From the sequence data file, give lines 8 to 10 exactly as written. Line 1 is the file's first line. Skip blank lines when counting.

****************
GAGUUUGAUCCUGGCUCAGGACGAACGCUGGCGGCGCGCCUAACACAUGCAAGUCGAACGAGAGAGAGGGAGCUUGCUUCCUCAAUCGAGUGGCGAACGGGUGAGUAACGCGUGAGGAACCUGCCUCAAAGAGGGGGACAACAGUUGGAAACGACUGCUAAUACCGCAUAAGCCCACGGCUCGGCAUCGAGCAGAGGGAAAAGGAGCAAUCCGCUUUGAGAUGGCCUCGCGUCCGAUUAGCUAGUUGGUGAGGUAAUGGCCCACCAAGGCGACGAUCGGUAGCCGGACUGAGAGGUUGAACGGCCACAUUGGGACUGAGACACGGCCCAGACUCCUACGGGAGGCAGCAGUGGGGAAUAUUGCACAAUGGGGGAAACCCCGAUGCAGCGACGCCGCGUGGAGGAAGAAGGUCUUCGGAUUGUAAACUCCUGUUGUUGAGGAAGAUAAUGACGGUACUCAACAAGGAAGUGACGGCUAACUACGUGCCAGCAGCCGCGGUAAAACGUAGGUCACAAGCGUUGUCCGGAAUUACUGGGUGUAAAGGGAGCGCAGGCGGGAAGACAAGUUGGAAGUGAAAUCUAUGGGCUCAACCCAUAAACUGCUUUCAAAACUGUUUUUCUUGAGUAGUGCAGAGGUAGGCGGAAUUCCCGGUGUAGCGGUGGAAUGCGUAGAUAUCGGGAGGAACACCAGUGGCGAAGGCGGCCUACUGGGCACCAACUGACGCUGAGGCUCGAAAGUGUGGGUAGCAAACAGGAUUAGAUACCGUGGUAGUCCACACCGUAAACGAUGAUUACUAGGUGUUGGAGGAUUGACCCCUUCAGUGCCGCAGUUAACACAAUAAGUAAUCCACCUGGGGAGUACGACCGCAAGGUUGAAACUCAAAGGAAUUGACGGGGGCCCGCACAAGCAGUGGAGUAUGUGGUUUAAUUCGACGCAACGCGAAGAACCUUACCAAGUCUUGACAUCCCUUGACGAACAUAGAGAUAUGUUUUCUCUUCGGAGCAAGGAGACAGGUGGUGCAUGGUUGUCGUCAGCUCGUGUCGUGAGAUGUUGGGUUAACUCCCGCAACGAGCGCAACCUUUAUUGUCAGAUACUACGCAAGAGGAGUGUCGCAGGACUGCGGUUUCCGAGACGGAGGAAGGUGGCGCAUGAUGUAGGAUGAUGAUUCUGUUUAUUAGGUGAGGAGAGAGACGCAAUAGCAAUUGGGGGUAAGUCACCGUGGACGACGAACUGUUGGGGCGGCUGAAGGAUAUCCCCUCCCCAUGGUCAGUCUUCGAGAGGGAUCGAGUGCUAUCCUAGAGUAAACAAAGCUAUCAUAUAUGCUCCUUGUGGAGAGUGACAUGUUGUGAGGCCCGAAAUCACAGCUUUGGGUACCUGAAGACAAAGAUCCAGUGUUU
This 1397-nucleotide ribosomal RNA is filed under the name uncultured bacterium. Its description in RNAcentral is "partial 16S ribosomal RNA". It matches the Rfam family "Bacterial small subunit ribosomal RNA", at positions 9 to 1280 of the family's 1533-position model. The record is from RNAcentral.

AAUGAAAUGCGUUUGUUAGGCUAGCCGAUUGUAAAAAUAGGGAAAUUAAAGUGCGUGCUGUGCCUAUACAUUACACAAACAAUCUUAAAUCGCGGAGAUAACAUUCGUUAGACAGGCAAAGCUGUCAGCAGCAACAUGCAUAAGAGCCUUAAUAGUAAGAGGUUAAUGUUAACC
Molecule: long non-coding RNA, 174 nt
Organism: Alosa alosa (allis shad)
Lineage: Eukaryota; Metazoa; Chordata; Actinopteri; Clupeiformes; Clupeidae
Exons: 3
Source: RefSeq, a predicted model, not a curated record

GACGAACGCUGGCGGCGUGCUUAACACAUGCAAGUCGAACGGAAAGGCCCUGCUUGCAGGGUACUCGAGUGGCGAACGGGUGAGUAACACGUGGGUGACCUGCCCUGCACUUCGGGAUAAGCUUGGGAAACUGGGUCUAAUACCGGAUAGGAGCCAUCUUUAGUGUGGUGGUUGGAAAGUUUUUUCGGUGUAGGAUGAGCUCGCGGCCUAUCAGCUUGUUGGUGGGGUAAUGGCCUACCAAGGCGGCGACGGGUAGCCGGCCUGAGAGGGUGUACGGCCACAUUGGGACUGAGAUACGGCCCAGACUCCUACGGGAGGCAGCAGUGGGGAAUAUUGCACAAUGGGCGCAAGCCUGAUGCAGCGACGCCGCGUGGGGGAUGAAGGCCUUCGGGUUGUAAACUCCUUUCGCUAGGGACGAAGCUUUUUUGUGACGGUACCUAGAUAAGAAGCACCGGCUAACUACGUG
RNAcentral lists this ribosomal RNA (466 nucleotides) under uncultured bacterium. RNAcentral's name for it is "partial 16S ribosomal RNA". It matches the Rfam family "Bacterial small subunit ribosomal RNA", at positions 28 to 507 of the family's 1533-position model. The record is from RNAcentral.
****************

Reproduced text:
Source: RefSeq, a predicted model, not a curated record

GACGAACGCUGGCGGCGUGCUUAACACAUGCAAGUCGAACGGAAAGGCCCUGCUUGCAGGGUACUCGAGUGGCGAACGGGUGAGUAACACGUGGGUGACCUGCCCUGCACUUCGGGAUAAGCUUGGGAAACUGGGUCUAAUACCGGAUAGGAGCCAUCUUUAGUGUGGUGGUUGGAAAGUUUUUUCGGUGUAGGAUGAGCUCGCGGCCUAUCAGCUUGUUGGUGGGGUAAUGGCCUACCAAGGCGGCGACGGGUAGCCGGCCUGAGAGGGUGUACGGCCACAUUGGGACUGAGAUACGGCCCAGACUCCUACGGGAGGCAGCAGUGGGGAAUAUUGCACAAUGGGCGCAAGCCUGAUGCAGCGACGCCGCGUGGGGGAUGAAGGCCUUCGGGUUGUAAACUCCUUUCGCUAGGGACGAAGCUUUUUUGUGACGGUACCUAGAUAAGAAGCACCGGCUAACUACGUG
RNAcentral lists this ribosomal RNA (466 nucleotides) under uncultured bacterium. RNAcentral's name for it is "partial 16S ribosomal RNA". It matches the Rfam family "Bacterial small subunit ribosomal RNA", at positions 28 to 507 of the family's 1533-position model. The record is from RNAcentral.